Marie Claire (South Africa) - - @WORK -

In Venice Beach, it’s never too early for a sex­ual en­counter. It’s 7.30am and Daphne, my English set­ter, has picked up the scent of a husky. She’s locked in some hor­monal trance and I’m won­der­ing if it’s my fault my dog is such a slut. I was so con­vinced that Venice Beach was go­ing to be my sex­ual promised land. Af­ter mov­ing from London to West Hol­ly­wood last year, I had so far spent most of my time a date­able straight man in months – only ac­tors. And, I had been warned, they were

Then I met 39-year-old artist Liv, who lived in Venice Beach – where, I dis­cov­ered, hot sin­gle men of ev­ery age lived. They wrote scripts ocean-side, shared Burn­ing Man whizzed past on their skate­boards mak­ing FaceTime deals. They were ev­ery­where. In a week, I moved there.

But the only one get­ting any ac­tion was my dog. ‘That’s be­cause you are lit­er­ally the only per­son in LA not on a dat­ing app,’ Liv said. ‘LA is so spread out, it’s a city of in­com­ing strangers – and they are all sit­ting alone in their cars on their phones.’

I let Liv sign me up to Bum­ble, a ‘fem­i­nist’ app that is the cosy ver­sion of Tin­der. (Once you match by both swip­ing right, women need to ini­ti­ate the con­ver­sa­tion.) Within min­utes I am swip­ing through a bar­rage of ac­tors, pro­duc­ers, art di­rec­tors, skate­board­ers and CEOs seek­ing ‘part­ners in crime’ and ‘light kink’.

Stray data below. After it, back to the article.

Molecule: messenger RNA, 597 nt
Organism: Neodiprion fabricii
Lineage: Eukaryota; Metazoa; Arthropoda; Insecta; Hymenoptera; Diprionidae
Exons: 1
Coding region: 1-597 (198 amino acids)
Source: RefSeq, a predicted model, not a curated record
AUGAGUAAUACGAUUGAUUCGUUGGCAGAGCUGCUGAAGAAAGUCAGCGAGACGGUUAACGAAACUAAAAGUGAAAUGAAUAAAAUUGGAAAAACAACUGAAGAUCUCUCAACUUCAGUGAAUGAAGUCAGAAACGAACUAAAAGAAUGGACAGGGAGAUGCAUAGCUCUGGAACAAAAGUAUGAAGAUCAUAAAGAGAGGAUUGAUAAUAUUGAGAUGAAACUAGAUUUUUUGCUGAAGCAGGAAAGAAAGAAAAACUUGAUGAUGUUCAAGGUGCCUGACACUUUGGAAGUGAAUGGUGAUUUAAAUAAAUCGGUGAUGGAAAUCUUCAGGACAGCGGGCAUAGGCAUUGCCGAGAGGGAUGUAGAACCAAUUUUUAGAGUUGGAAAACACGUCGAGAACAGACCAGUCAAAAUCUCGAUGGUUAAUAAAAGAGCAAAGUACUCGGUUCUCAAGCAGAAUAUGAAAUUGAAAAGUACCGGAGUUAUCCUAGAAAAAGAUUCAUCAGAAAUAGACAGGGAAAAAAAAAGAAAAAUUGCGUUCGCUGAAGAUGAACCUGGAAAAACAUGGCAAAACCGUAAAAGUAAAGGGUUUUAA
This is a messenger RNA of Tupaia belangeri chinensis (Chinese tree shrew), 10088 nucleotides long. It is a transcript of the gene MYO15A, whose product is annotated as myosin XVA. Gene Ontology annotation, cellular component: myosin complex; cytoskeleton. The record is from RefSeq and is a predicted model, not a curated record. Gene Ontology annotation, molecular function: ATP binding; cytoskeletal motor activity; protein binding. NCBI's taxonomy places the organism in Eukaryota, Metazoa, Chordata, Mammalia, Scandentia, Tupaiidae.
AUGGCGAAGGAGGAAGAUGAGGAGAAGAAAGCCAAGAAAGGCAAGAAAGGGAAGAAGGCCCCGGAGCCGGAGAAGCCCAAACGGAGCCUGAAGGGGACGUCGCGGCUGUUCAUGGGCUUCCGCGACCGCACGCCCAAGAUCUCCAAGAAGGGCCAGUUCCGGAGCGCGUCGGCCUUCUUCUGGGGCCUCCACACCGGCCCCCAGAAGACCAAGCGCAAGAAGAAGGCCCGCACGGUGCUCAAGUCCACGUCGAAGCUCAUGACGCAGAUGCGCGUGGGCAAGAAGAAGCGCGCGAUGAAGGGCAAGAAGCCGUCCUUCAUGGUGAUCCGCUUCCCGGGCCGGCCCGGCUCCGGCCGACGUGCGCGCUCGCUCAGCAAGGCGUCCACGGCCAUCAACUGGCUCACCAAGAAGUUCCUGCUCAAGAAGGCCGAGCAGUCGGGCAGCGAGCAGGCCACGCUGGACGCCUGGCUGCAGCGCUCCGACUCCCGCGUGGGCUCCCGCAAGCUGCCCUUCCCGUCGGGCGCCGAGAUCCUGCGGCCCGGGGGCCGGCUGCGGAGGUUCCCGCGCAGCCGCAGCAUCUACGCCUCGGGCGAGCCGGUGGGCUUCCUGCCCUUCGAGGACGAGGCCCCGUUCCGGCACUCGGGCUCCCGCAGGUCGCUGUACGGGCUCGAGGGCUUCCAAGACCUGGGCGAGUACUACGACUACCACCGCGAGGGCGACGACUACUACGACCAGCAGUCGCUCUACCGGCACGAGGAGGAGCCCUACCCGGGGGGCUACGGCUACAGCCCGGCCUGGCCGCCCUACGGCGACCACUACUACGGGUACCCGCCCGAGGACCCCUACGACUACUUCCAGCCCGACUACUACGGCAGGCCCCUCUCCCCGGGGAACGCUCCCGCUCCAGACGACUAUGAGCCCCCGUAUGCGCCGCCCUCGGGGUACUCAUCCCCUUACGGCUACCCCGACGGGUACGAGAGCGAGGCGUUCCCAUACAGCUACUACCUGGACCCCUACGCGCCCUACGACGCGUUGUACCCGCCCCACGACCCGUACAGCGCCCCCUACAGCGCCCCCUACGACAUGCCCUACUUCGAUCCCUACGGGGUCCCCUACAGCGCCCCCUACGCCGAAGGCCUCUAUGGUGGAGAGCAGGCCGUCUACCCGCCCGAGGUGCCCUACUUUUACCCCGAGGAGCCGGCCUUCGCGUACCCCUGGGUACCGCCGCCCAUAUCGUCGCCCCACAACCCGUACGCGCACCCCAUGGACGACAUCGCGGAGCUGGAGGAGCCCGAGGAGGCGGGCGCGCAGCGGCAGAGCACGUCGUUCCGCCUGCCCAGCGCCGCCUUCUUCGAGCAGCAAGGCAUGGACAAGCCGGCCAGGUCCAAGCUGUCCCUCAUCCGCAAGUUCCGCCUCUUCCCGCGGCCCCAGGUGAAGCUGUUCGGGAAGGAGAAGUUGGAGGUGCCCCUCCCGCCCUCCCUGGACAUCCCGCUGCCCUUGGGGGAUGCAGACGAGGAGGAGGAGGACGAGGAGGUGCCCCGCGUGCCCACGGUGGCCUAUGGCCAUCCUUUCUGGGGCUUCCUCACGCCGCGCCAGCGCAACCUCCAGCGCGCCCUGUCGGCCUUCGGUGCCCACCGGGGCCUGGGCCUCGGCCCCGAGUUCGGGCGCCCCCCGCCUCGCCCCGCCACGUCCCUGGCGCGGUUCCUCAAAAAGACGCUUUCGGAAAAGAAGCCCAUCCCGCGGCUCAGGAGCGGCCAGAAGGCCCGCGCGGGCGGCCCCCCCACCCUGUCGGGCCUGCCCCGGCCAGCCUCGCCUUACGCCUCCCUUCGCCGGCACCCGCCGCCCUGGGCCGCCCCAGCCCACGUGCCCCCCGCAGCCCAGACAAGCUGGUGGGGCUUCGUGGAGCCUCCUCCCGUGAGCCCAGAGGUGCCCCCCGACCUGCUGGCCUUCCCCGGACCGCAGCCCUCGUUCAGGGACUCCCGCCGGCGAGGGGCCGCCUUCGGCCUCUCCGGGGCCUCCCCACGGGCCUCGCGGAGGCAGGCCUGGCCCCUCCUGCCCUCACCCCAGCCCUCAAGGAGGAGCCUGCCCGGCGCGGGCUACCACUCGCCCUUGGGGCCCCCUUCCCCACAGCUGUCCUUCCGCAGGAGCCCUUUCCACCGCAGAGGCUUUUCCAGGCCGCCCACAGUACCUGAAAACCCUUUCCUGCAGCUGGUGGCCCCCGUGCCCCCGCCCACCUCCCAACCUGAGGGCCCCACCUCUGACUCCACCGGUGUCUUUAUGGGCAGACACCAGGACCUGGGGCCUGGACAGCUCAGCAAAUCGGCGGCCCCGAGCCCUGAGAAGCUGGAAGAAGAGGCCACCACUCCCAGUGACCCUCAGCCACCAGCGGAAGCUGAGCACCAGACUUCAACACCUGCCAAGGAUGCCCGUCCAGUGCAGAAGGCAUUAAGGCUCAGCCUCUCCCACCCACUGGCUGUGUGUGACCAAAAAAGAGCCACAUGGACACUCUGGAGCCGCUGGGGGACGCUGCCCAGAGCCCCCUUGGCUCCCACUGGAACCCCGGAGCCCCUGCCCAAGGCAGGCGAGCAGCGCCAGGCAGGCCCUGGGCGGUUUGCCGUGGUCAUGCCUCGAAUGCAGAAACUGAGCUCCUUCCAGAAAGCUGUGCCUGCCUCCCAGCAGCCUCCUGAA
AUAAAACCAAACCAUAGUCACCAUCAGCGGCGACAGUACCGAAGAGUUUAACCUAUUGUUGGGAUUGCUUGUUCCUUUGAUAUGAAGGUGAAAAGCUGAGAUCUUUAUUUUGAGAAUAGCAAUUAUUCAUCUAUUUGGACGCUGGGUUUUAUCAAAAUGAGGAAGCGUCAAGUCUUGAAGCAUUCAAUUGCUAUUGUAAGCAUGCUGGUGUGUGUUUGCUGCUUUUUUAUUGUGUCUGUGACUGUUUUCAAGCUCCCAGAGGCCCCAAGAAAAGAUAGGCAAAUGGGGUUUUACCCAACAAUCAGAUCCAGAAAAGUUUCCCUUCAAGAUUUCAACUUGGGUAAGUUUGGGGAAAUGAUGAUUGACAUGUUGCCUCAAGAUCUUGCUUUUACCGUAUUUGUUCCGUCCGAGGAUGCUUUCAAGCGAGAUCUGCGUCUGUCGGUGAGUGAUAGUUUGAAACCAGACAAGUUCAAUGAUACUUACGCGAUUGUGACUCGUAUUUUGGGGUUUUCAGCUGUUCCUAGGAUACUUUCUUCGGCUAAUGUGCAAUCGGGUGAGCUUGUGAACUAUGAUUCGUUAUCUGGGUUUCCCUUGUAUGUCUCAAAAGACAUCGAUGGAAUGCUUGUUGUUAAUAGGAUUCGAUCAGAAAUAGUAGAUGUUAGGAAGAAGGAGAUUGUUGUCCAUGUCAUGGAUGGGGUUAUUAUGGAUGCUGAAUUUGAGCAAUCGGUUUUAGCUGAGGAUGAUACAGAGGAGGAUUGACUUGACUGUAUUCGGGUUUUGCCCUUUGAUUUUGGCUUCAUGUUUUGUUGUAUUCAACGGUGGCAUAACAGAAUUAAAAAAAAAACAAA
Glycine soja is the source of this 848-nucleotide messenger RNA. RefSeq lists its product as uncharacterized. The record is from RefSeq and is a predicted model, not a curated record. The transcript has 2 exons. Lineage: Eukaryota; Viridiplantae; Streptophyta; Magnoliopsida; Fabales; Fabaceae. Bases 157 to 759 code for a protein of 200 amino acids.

It’s a lit­tle app-shaped win­dow into the mind of the con­tem­po­rary Amer­i­can male in full com­pet­i­tive mat­ing dis­play. Most of men per­ceive women want: pho­tos with Leonardo DiCaprio (he’s well con­nected), pic­tures with bor­rowed ba­bies (he’s open to hav­ing chil­dren), de­tails of height, IQ and salaries. They stop short of pe­nis size and sperm count – but that is vis­ually im­plied in craftily pho­tographed shorts’ bulges.

at our menus by can­dle­light. ‘Wheat and dairy,’ I say. ‘How fan­tas­tic! What are you hav­ing?’ ‘I re­ally love to f***,’ he replies. ‘I’m sorry?’ He’s look­ing me straight in the eye. ‘Erm. Well, most guys do. I’m hav­ing the grilled kale, pick­les, chilli and hemp seed.’

ar­rang­ing a date with Will, a lawyer. He is 38, boy­ish, and in­ter­ested in ev­ery­thing about me – but there’s some­thing a lit­tle off-kil­ter. All is re­vealed over a post-din­ner whisky. ‘I could tell you were spe­cial. There was some­thing about you: a look I recog­nised in your eyes.’ His hand on my wrist is shak­ing a lit­tle. I can’t tell if he’s ner­vous or ex­cited. ‘You’re an al­pha wo­man. No one tells you what to do. That’s what you re­ally yearn for.’ It turns out that Will prac­tises BDSM: ‘Just clamps, col­lars and play­ful neg­ging [hu­mil­i­a­tion through name call­ing]. No knives or beat­ings,’ he re­as­sures me. ‘You can just turn up. I’ll give you ex­actly what you want. It’s all writ­ten in ad­vance in the con­tract.’ Will re­ally loves pa­per­work. And I think he may have once read Fifty Shades of Grey.

My magic num­ber proves to be three.

Newspapers in English

Newspapers from South Africa

© PressReader. All rights reserved.